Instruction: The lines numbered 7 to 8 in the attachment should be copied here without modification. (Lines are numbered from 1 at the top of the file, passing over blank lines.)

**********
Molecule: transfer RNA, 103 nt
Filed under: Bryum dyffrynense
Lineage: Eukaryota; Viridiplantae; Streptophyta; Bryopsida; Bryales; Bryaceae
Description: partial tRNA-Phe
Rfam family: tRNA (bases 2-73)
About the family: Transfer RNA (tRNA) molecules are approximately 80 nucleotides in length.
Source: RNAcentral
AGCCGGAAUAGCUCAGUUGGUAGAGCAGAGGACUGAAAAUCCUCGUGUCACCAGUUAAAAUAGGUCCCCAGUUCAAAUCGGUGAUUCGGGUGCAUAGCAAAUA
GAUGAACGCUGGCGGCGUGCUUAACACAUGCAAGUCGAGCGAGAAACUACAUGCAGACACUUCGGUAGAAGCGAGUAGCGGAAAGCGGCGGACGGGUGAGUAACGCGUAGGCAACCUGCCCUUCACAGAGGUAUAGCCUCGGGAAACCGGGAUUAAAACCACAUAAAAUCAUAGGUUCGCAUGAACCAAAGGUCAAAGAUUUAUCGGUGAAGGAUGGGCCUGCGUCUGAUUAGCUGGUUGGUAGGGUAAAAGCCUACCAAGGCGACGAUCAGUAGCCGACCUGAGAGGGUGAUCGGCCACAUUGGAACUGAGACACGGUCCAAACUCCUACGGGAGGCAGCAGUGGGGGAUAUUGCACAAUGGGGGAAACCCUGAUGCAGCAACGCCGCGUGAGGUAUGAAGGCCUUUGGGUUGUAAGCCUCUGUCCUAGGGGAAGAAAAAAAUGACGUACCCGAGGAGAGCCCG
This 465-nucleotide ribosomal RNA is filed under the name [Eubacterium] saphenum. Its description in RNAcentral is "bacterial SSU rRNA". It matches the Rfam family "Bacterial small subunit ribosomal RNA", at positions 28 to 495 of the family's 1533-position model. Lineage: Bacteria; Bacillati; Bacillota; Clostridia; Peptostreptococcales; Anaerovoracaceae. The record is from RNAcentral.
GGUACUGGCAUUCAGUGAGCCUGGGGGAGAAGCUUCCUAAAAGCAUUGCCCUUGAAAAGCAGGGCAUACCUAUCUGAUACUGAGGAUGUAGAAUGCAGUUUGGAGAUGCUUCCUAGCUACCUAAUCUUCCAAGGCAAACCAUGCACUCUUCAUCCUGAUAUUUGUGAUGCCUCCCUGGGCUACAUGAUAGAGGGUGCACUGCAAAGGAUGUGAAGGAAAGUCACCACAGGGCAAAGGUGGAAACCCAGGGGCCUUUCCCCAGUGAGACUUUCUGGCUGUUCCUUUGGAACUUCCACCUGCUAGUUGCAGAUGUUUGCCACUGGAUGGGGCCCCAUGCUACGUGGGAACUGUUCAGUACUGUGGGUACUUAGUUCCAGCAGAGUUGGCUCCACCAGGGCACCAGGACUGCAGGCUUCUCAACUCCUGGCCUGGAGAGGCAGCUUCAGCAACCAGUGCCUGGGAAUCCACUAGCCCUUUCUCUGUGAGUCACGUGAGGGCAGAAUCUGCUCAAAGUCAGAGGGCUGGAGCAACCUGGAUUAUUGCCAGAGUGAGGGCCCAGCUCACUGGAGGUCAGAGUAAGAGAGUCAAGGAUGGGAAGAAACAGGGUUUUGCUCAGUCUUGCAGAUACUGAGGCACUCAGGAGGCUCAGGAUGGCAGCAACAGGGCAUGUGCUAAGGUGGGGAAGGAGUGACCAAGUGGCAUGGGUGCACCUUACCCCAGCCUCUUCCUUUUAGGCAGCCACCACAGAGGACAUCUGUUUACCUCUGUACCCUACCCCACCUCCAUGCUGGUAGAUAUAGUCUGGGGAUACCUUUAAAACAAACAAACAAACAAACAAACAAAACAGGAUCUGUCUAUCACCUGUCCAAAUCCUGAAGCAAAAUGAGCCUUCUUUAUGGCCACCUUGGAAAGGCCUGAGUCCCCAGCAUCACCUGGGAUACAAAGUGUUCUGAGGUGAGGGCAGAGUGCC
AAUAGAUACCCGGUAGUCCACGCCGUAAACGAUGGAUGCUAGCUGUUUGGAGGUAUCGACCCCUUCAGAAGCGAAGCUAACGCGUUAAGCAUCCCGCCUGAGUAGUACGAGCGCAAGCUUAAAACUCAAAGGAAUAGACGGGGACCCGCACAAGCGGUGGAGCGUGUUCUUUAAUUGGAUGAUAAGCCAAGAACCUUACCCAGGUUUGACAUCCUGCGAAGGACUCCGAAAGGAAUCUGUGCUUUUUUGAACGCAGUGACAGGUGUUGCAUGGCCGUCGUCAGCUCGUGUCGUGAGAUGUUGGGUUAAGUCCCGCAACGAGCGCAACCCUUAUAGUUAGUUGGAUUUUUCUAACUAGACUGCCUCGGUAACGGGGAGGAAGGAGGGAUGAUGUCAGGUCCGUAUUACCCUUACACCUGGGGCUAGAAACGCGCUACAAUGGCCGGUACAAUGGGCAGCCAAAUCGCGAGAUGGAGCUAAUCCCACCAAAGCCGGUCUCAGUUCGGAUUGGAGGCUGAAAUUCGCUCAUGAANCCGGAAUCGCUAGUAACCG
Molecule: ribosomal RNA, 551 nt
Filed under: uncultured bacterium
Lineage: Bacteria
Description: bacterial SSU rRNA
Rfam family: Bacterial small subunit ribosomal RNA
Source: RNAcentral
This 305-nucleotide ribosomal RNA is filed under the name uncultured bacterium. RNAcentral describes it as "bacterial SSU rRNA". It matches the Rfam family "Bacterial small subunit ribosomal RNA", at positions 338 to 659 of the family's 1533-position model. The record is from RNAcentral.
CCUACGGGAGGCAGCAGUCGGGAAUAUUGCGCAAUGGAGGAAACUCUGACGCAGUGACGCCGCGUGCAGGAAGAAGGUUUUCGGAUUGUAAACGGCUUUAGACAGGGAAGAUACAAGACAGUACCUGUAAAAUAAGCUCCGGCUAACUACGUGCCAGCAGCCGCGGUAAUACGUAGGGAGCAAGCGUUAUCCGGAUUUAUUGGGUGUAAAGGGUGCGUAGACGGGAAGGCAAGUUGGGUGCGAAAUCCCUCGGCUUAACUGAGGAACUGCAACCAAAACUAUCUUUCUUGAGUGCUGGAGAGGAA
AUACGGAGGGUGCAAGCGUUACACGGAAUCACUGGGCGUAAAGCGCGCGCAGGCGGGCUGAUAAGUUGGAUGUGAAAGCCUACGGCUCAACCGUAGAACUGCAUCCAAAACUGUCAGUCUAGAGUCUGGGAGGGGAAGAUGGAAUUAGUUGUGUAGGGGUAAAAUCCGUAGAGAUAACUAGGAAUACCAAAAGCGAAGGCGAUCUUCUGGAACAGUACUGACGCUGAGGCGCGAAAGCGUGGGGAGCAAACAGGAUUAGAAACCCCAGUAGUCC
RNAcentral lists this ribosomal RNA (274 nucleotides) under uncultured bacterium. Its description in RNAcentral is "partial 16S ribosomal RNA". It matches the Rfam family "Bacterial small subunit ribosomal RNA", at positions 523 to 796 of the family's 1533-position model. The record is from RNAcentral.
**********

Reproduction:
Source: RNAcentral
AGCCGGAAUAGCUCAGUUGGUAGAGCAGAGGACUGAAAAUCCUCGUGUCACCAGUUAAAAUAGGUCCCCAGUUCAAAUCGGUGAUUCGGGUGCAUAGCAAAUA